EBV particles and RNA released from infected cells are also sensed by dendritic cells during primary infection – possibly coordinating long-term innate and adaptive immune responses to the virus . Due to the complexity of EBV’s life cycle, researchers have yet to develop an effective vaccine, but new insights on the role of dendritic cells may offer more clues (13; 15).
EBV and Cancer:
Due to the EBV’s long-term persistence in immune cells, EBV may increase the risk for lymphoma and other lymphoproliferative diseases. Lymphoproliferative diseases have also been associated with cases of SLE, RA, and Sjogren’s Syndrome – potentially demonstrating another link between EBV and immune disorders (1; 11 ; 12; 16).
EBV was the first virus to be identified as a carcinogen. It is known to play a role in Burkitt’s lymphoma, Hodgkin’s disease, non-Hodgkin’s lymphoma, nasopharyngeal carcinoma, lymphoma, and leiomyosarcomas in susceptible individuals (17).
EBV may also play a contributing indirect and direct role in breast cancer development. One investigation used PCR amplification to determine that EBV genetic material was present in at least 20% of breast tumors studied (18; 19), but other reports found no such evidence (20; 21).
Similarly, other work has demonstrated evidence of possible EBV involvement in gastric carcinoma due to its role in immature epithelial cells . The immature cells are not “allowed” to develop into their target cells – therefore they persist and may develop carcinogenic potential (22; 23). As much as 10% of gastric cancers are also now believed to be caused by viruses such as EBV (24; 25).
The Epigenetic Role of Coinfections:
Coinfections of EBV with other viruses such as cytomegalovirus (CMV) may modulate the onset and course of mononucleosis and potential long-term complications (26; 27; 28).
Other reported coinfections include respiratory syncytial virus, Chlamydia pneumoniae, human herpesvirus 6, measles virus, parainfluenza virus, influenza, Mycoplasma pneumoniae, adenovirus, Haemophilus influenzae, Klebsiella pneumoniae, parvovirus B19, and Legionella pneumophila. EBV may also complicate cases of HIV and AIDS. (27; 29; 30).
Byproducts of bacterial coinfection may also reactivate latent EBV through epigenetic modulation. For instance, a bacterial infection may lead to an increase in lymphocytes – leading to potential interactions between byproducts of both EBV-infected lymphocytes and the bacterial coinfection.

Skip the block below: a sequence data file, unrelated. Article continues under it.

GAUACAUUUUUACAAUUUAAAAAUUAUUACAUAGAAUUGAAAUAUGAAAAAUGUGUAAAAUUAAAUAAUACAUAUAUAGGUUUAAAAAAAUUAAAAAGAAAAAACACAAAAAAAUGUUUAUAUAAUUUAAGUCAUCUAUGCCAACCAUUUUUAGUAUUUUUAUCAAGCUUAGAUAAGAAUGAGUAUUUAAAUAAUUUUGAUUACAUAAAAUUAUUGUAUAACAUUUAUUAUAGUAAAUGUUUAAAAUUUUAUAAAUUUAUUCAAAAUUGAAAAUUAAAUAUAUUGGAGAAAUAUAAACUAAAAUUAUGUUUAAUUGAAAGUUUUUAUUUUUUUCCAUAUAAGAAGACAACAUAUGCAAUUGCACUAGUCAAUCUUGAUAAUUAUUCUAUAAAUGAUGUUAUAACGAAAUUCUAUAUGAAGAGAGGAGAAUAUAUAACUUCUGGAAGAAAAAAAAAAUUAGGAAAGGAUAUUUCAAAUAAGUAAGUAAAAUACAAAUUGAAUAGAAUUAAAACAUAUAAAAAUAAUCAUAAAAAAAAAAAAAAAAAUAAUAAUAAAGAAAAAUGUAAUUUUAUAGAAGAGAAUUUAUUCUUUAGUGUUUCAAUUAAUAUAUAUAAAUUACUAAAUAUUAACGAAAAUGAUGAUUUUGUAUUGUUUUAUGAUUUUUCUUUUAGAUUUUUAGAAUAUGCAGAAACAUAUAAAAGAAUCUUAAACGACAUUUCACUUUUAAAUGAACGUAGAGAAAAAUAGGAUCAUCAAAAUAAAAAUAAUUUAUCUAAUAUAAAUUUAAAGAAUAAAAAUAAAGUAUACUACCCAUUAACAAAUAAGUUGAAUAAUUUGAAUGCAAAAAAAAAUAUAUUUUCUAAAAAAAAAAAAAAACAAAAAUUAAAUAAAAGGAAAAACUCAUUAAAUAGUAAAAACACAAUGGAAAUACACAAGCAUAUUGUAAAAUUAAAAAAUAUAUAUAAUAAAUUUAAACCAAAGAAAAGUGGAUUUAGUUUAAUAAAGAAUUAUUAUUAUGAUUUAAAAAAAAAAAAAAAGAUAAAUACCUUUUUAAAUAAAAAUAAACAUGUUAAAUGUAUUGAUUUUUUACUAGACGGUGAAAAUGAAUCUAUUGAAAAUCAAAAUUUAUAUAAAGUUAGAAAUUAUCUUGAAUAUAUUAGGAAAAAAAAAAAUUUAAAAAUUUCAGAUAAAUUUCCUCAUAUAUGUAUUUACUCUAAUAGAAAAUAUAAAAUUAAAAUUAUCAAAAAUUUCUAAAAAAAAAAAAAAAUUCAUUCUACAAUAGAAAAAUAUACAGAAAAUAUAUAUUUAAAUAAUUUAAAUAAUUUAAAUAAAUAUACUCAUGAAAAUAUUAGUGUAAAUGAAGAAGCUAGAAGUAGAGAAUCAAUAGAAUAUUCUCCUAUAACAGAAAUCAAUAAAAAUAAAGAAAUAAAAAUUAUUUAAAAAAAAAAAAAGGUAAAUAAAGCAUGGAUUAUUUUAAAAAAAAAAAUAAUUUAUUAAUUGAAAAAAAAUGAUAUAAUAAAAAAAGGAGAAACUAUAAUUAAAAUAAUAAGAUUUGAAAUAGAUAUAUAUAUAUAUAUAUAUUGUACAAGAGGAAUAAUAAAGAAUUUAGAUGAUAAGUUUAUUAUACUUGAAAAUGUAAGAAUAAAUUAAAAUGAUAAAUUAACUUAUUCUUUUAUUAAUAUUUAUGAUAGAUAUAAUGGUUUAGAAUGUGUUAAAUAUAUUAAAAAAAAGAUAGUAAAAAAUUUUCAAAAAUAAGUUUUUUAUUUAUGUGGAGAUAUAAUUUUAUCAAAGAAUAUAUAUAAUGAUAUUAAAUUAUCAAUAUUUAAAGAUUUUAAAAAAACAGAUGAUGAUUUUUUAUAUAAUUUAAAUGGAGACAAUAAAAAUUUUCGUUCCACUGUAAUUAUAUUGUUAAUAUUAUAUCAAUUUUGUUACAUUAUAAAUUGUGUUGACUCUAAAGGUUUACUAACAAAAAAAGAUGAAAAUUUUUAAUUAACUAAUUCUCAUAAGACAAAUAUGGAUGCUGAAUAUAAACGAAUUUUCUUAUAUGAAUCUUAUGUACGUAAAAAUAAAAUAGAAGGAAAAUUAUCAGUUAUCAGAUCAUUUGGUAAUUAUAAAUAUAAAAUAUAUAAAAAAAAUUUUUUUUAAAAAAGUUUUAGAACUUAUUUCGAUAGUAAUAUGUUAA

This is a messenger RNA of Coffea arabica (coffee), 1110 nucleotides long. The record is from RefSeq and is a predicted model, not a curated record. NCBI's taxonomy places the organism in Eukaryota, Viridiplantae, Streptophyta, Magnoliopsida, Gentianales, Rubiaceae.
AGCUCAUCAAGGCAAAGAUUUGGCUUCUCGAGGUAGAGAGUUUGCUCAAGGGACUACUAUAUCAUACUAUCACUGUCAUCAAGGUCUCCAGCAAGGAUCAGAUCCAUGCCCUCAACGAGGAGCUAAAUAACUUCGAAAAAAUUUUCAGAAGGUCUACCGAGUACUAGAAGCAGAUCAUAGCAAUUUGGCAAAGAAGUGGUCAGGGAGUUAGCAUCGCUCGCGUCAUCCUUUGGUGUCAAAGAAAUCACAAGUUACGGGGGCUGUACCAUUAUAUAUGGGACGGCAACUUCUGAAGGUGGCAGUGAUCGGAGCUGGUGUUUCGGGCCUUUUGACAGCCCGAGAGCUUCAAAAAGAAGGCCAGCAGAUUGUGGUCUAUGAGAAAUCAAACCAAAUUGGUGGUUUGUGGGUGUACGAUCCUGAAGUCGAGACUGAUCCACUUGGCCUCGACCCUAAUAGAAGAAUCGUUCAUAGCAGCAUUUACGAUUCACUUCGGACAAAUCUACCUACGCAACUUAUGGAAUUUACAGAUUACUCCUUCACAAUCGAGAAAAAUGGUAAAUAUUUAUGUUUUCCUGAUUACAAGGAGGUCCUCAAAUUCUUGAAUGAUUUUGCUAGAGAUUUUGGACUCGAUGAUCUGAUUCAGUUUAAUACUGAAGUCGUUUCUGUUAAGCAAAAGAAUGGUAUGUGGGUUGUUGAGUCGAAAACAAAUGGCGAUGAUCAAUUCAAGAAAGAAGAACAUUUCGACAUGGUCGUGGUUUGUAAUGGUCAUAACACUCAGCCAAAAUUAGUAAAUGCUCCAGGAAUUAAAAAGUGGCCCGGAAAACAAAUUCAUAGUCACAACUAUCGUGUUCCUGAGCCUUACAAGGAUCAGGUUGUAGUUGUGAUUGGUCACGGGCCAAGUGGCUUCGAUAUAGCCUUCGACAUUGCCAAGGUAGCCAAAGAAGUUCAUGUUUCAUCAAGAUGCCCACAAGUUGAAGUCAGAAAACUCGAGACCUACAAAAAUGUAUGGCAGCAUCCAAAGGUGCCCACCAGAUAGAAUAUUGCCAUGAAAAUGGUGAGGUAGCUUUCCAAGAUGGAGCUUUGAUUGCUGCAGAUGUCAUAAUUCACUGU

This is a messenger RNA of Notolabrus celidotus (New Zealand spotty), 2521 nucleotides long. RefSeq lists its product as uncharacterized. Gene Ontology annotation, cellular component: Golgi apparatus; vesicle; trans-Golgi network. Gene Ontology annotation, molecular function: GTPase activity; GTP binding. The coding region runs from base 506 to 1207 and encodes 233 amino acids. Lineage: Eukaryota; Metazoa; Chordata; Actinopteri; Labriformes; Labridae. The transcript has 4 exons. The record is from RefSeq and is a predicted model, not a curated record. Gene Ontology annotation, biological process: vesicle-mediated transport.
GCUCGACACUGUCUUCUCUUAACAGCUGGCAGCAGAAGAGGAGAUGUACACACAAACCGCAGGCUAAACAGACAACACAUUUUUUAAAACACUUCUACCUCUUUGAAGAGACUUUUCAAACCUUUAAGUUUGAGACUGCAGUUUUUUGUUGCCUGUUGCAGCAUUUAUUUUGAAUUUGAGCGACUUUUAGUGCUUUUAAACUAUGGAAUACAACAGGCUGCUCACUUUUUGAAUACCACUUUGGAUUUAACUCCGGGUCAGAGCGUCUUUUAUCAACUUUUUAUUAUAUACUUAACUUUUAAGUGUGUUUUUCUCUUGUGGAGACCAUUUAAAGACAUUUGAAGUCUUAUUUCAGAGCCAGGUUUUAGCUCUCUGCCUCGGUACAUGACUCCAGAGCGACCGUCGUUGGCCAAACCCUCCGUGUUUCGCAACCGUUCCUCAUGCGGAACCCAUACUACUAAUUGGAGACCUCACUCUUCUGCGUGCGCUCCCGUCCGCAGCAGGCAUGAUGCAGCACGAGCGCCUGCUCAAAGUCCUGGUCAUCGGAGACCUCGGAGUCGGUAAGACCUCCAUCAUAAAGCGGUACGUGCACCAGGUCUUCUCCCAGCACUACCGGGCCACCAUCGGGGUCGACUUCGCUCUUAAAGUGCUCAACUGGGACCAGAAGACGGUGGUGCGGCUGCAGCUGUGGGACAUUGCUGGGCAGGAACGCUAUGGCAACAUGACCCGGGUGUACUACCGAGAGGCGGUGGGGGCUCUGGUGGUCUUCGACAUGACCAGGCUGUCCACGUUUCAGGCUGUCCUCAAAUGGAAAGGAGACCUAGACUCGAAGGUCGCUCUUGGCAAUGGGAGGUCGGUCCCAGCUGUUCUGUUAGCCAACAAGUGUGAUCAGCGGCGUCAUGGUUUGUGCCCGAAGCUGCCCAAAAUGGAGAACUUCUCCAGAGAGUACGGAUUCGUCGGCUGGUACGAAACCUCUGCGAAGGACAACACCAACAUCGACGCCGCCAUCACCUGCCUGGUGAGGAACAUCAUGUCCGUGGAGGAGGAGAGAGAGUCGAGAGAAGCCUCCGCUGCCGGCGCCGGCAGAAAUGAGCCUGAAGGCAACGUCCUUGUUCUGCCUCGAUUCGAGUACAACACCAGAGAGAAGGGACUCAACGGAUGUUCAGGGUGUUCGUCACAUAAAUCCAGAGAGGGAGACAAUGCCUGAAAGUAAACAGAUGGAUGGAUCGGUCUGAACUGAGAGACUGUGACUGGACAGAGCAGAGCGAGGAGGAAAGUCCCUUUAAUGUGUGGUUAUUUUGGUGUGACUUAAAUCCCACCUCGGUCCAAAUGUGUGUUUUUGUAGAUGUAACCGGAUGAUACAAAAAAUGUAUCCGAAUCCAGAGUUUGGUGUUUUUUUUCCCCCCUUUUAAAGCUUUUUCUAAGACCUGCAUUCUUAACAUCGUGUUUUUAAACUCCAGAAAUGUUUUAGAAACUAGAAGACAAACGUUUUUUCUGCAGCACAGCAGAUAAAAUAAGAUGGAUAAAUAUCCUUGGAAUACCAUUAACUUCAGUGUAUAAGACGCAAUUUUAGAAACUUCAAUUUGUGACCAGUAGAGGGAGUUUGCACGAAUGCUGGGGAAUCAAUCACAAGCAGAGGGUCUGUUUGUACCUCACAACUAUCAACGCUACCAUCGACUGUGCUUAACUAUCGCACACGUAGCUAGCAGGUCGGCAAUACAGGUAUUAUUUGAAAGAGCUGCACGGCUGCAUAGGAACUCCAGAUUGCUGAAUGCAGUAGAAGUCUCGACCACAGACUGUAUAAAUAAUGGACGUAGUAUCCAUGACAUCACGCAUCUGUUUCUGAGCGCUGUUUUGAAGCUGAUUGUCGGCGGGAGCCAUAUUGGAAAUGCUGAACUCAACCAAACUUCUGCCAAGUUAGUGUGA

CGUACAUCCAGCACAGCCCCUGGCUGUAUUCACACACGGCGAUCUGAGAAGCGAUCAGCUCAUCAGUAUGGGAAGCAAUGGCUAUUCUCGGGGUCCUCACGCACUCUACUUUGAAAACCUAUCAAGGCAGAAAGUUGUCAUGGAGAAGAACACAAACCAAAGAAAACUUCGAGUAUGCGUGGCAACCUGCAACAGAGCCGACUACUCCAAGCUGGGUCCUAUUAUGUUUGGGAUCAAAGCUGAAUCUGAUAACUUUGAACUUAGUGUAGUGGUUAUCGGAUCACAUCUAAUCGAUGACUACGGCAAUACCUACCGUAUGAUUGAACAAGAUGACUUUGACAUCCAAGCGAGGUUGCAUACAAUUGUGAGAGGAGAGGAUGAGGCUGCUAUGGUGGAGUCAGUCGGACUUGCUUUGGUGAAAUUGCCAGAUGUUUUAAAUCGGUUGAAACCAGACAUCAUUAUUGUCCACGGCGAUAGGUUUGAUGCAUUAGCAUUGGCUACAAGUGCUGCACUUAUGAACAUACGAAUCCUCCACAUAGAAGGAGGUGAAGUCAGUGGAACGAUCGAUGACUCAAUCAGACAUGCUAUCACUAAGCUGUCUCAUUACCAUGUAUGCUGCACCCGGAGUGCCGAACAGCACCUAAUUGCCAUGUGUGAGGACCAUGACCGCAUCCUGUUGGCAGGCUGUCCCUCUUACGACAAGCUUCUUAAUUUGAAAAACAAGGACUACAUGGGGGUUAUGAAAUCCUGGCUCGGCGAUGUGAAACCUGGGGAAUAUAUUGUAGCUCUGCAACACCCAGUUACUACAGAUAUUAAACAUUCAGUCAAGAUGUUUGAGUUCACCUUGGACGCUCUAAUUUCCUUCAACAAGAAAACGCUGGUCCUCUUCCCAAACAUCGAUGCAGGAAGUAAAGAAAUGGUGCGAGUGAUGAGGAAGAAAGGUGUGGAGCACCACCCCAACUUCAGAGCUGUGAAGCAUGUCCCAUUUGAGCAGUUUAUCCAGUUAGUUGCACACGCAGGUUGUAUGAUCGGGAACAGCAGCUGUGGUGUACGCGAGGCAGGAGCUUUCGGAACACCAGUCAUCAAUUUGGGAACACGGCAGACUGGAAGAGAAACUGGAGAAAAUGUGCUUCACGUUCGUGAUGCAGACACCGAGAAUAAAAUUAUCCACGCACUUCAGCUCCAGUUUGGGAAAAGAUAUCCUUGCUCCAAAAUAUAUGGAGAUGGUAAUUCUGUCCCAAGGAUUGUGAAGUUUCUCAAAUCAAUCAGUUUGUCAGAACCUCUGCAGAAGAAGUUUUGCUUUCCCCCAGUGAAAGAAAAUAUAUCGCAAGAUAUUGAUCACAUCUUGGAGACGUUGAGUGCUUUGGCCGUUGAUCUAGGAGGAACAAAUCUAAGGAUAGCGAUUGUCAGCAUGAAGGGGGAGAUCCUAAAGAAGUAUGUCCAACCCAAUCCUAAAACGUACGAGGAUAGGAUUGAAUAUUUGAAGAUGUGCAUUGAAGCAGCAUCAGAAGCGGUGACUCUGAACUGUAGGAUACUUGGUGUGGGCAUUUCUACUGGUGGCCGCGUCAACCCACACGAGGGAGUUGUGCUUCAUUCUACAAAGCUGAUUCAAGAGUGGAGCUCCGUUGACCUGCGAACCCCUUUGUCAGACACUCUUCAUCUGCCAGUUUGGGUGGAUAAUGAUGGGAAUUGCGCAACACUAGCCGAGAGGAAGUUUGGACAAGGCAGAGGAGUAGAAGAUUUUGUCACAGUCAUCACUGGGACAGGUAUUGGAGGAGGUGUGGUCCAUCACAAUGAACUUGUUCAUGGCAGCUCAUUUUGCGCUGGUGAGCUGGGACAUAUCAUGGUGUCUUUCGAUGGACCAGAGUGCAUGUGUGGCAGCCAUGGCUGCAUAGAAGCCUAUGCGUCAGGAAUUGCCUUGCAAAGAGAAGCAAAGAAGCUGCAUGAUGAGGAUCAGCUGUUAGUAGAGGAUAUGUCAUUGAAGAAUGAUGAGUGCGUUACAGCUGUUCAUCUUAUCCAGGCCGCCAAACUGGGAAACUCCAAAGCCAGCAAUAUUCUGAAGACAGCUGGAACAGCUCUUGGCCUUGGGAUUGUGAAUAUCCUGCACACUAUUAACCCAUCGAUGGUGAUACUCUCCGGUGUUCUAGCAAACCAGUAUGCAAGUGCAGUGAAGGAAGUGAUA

Similar epigenetic interactions may help link the association of EBV with periodontitis – which appears to play a role with the coinfection Porphyromonas gingivalis. EBV may interact with Helicobacter pylori infection – modulating the risk of gastric cancer (14; 31).
Epigenetic factors such as altered methylation are also believed to modulate risk of EBV infection and cancer development, and may help explain why EBV remains latent in some cases, and reactivated in others (25).
EBV Reactivation and Protective Remedies:
The mechanisms of EBV reactivation remain largely unclear (13). Physical or mental stress, as well as the immunosuppression associated with aging may trigger EBV reactivation (14). As discussed earlier, coinfections may also alter the long-term course of EBV.
While a wide range of immune strategies may be helpful in reducing the potential burden of EBV reactivation, a few natural therapies may offer specific support.
Vitamin D may work directly against enveloped viruses which include EBV, CMV and other coinfections and may offer a role as a therapeutic and preventative agent (32). Vitamin D levels may correlate inversely with EBV activity and modulate risk for other immune complications such as multiple sclerosis (33).
Intravenous vitamin C therapy may also have a positive effect on EBV infection. As patients with higher levels of vitamin C have lower EBV antigen levels. The authors found the same effect with patient Vitamin D levels (34).
Monolaurin, a lipid extract from coconut oil, has shown anti-viral activity against enveloped viruses including EBV, CMV, and other herpesviruses (35). Monolaurin may work by disintegrating the protective lipid envelope surrounding EBV and other herpesviruses (36; 37).